Pompeii’s Problems Reflect Longstanding Neglect
By ELISABETTA POVOLEDO
POMPEII, Italy — Is Pompeii crumbling?
So it would seem, judging from the media maelstrom about several recent collapses at the ancient ruins here, including that of the Schola Armaturarum, a spacious hall used by a military association before it was engulfed with the rest of the city by the eruption of Mount Vesuvius in A.D. 79.
A long tract on the north side of the Via dell’Abbondanza — a commercial hub of this formerly prosperous Roman city — is blocked by metal barriers, and some buildings are propped up with scaffolding as a precautionary measure. Rubble sits on the road where the Schola Armaturarum stood, a remnant of the 1947 restoration that shored up the building after it was damaged by Allied bombing during World War II.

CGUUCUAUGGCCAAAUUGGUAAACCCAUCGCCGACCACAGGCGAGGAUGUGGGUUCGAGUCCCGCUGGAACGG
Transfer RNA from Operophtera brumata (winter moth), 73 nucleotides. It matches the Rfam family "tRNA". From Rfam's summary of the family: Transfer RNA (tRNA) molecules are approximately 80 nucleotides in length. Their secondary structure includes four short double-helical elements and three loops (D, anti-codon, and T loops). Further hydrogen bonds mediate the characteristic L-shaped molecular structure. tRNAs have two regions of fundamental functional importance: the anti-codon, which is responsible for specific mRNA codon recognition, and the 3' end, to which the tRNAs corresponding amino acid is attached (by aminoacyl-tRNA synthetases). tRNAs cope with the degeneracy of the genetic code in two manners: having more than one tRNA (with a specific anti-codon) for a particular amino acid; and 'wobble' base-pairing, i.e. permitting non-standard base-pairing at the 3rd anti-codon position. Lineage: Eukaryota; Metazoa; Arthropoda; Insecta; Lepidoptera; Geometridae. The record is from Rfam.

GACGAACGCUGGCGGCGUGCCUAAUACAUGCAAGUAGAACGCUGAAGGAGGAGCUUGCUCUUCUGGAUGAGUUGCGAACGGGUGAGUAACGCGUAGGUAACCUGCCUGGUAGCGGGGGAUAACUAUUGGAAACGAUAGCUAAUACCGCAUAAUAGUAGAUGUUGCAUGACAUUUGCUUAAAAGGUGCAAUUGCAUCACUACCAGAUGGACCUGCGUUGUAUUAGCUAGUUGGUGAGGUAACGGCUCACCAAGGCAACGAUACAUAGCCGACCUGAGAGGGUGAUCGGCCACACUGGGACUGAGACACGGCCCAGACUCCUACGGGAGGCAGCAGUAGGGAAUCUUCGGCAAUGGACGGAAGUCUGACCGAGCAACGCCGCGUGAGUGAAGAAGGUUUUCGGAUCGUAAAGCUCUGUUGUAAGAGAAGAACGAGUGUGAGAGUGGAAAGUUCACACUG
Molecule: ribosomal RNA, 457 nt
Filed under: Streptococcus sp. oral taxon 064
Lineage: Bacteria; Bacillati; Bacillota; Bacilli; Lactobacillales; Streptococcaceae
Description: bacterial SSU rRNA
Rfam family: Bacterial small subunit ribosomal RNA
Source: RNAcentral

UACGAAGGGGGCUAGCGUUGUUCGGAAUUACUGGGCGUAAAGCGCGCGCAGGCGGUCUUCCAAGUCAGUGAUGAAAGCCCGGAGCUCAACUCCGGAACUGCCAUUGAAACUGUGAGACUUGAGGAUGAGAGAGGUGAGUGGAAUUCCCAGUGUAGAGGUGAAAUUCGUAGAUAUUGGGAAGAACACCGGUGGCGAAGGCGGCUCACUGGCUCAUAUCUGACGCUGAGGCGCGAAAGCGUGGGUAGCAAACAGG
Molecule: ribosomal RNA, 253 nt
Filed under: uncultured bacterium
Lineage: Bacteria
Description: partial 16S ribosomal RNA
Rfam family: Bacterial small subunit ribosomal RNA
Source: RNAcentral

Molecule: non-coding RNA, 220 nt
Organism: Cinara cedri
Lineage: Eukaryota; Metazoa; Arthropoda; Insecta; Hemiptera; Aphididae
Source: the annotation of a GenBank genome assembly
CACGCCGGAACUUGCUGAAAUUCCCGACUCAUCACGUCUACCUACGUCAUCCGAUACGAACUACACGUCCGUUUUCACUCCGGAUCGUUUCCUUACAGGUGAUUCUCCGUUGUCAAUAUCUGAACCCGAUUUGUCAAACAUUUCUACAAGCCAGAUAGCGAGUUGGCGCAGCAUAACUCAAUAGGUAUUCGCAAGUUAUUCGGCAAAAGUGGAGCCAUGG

The collapses at Pompeii have become a metaphor for Italy’s political instability and its inability to care for its cultural heritage. There have been calls for the resignation of the culture minister, Sandro Bondi, and investigators are beginning to address questions about the management of recent restoration efforts. The United Nations Educational, Scientific and Cultural Organization, or Unesco, sent a team of experts this month to examine the damage at Pompeii, a World Heritage site, and the findings are to be presented at a conference in June in Bahrain.
“Pompeii is fragile,” said Pietro Giovanni Guzzo, an archaeologist who supervised the site for the Culture Ministry from 1994 to 2009. “There’s the type of construction, the shock of Vesuvius, the fact that it was buried for centuries in acidy terrain that ate away at the mortar.”
The pounding rains that soaked parts of Italy this fall were also a factor, he said, though far from the only one. “The rain merely drew attention to a state of neglect that has dragged on for years,” Mr. Guzzo said. “Ordinary maintenance and programmed conservation are not carried out at Pompeii. That is the problem.”Continue reading the article here.